The rise in lithium prices since late 2015 has fueledoptimism for the metal, with miners eager to acquire assets and securingfunding to advance lithium projects toward production.
The price per tonne of the lithium carbonate 99% price indexhad been languishing in the range of US$6,000 to US$7,000 for most of lastyear. Since hitting the US$8,000 per tonne level in November 2015, it has beenon a rapid climb. As of April 7, the commodity closed at US$22,107.82 per tonne.
Tesla Motors Co. ignited further the excitement around thelight metal after it secured 180,000 orders for a new electric vehicle just 24hours after it launched its new Model 3 vehicle on March 31, Mining Weekly reported.By April 1 afternoon, the figure ballooned to 198,000, raking in over US$7billion of potential revenue in one day.
After a week, preorders for the electric car talliedover 325,000, reflecting potential sales of US$14 billion, according to Investors Business Daily.
This is great news for lithium miners and projects, but putsfurther pressure on hydrogen-fueled vehicles and platinum miners, Investecsaid. Platinum is a key component in catalytic converters, a device used toreduce toxic pollutants for diesel engines.
To power its electric cars, Tesla is a US$5 billion Gigafactoryplant in Nevada. The plant will be operational in 2017, processing some 25,000tonnes of lithium hydroxide annually.
To secure the supply of lithium hydroxide, the automotiveand energy storage company in September 2015 entered into an off-take agreement with that willsource the commodity from its Clayton Valley South project.
For its part, Pure Energy this week an exploration drilling permitfor the Nevada project.
Goldman Sachs has called lithium the new gasoline, with therise of electric vehicles the key to buoying the demand for the commodity inthe coming years.
Lithium demand for use in electronic vehicles in 2014 was27,000 tonnes of lithium carbonate equivalent, or 17% of the total lithiummarket. Goldman expects that the growth in electric vehicle applications couldtriple the size of the entire lithium market to 470,000 tonnes by 2025.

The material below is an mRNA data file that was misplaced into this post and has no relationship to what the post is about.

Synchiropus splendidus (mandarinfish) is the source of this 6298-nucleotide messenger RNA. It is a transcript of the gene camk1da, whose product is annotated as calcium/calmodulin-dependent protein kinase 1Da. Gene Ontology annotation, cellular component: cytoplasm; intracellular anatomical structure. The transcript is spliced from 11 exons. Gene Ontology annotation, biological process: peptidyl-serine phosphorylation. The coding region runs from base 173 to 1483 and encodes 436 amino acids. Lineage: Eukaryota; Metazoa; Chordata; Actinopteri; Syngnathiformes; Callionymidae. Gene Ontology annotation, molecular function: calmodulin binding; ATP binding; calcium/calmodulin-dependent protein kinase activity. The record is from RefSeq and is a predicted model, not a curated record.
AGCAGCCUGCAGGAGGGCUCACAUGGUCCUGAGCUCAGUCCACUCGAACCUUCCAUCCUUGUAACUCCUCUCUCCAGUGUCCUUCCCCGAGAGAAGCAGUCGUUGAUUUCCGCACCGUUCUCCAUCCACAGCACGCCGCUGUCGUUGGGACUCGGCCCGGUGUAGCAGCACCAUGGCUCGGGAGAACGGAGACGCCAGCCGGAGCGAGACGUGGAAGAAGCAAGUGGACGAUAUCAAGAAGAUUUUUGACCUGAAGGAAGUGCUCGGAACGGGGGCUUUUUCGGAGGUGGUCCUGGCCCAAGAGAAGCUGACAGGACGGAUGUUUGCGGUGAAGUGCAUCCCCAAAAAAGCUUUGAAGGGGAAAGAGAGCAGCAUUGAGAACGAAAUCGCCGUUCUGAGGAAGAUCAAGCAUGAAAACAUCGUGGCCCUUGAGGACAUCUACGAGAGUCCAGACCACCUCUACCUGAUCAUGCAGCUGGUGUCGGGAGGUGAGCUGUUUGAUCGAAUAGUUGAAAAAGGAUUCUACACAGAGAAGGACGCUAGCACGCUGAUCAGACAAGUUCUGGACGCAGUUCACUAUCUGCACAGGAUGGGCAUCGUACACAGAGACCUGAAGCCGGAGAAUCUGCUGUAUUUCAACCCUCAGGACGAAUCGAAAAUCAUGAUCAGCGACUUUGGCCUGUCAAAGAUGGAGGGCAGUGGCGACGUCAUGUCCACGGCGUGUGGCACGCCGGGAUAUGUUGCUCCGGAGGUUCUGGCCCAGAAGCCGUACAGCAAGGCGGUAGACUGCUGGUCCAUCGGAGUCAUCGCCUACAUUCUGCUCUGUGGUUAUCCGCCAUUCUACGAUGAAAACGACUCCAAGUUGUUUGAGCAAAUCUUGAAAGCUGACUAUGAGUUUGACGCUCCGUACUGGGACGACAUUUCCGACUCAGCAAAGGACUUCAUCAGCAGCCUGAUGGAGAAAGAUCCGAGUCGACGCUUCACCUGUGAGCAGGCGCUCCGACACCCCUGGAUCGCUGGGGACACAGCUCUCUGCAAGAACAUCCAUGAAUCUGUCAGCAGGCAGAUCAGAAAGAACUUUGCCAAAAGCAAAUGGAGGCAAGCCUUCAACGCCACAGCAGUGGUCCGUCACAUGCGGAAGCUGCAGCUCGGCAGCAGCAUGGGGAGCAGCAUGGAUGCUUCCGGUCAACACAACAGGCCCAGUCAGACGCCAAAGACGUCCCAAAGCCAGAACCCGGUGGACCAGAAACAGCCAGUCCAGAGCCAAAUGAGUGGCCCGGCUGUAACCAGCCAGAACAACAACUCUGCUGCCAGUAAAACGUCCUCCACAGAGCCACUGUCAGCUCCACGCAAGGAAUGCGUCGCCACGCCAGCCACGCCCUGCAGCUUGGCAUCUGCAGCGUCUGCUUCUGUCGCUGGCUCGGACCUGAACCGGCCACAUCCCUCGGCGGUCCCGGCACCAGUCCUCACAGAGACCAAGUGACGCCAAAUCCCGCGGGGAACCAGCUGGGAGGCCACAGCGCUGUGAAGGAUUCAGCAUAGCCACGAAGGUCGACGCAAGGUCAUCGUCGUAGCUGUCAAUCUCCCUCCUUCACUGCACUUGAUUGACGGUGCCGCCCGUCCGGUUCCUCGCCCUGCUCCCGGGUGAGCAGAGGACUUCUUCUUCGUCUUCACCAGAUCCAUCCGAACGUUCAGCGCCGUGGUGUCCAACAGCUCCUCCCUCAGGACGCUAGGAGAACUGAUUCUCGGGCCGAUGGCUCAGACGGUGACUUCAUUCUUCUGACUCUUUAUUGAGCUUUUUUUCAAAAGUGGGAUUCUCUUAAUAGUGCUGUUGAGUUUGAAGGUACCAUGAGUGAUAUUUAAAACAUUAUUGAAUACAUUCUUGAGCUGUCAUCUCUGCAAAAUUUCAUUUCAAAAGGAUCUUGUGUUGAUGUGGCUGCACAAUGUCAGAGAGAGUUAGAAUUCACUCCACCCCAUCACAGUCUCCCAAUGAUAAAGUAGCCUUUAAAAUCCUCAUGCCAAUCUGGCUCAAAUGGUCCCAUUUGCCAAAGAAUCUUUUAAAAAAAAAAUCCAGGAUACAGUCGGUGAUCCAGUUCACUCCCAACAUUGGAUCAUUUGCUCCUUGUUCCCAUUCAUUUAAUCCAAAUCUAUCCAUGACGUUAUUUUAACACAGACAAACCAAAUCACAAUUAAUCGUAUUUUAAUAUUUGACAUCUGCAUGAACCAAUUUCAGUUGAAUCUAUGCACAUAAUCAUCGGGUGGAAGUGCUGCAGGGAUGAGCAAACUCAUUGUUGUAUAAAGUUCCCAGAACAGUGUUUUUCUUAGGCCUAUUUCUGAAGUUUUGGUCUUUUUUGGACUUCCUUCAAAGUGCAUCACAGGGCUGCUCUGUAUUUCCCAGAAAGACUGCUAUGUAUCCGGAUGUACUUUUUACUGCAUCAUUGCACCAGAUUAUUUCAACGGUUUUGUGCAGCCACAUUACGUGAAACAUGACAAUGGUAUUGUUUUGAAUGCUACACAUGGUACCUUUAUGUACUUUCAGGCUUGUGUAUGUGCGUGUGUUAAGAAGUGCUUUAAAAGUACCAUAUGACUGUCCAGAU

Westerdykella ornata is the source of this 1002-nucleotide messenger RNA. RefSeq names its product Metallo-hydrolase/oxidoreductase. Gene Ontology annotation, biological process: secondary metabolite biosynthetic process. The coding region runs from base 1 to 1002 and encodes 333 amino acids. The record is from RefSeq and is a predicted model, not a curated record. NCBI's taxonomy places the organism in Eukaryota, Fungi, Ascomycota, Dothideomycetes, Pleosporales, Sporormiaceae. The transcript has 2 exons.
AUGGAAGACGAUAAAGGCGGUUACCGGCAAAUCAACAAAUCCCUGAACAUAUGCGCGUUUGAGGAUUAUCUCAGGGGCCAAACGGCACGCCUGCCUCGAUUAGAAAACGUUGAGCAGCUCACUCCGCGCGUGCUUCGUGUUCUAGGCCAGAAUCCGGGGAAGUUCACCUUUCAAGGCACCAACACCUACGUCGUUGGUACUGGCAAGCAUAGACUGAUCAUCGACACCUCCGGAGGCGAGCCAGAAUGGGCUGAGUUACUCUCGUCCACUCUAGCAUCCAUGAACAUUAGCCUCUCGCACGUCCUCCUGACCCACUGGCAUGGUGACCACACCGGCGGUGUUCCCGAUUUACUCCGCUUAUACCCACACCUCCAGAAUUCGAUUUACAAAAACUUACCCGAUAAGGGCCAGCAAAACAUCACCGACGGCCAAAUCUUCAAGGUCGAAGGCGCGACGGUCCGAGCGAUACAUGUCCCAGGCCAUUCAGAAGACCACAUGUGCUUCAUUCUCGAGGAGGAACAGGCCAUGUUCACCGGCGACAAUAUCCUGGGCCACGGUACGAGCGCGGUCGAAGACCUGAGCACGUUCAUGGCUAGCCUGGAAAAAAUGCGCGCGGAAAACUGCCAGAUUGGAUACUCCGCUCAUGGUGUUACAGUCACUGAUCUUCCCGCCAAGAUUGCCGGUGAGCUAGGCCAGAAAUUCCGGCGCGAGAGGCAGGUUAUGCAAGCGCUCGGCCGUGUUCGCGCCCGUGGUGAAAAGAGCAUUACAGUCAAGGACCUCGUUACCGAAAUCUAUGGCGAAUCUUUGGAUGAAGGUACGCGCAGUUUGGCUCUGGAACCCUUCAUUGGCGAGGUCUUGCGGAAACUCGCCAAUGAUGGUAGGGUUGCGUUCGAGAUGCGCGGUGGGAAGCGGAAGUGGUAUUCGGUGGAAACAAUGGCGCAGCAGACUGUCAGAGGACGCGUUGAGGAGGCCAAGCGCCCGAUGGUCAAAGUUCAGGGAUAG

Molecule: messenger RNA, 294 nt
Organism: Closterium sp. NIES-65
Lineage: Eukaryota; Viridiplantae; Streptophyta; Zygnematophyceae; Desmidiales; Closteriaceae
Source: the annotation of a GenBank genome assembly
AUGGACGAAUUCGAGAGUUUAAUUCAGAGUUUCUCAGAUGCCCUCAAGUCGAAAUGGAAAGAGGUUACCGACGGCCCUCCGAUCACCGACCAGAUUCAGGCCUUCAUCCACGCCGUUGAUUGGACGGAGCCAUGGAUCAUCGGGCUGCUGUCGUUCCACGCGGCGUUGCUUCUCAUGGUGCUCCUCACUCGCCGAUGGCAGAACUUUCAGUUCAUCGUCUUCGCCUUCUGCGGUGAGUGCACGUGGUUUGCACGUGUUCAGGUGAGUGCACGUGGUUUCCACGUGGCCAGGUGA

These expectations of a steep demand for lithium promptedinvestors to jump on the lithium bandwagon.
PilbaraMinerals Ltd.'s A$85 million share placement, comprising 223.68million ordinary shares at 38 cents per share, this week.The miner is looking to conduct a follow-up A$15 million share purchase plan toraise a total of A$100 million to accelerate the development of the lithium-tantalumproject in Western Australia, which is slated to construction in 2017.
Commenting on the matter in an April 6 note, Investec saidit suggested that there is still good appetite in the sector for "the rightstories."
They elaborated, "We have no view on whether [PilbaraMinerals] is such a right story but we do note that shortages of niche mineralsare normally quickly overcome — as we saw with rare earths, tungsten anduranium in recent years — through identification of new resources and throughtechnological developments."
RioTinto's Jadar deposit in Serbia, for instance, can apparentlysupply nearly 20% of global lithium demand and be up and running in six yearsshould the mining giant elects to proceed, the analysts noted.
Meanwhile, Galaxy Resources Ltd. announced the of lithium concentrate productionat its MountCattlin spodumene-tantalum project in Western Australia, a 50/50joint venture with General MiningCorp. Ltd.
LithiumAmericas Corp. and the Sociedad Quimica y Minera de Chile SA joint ventureCauchari-Olarozlithium project in Argentina is expected to begin construction in early 2017and start operations in 2019, El Mercurioreported,citing Lithium Americas CEO Tom Hodgson.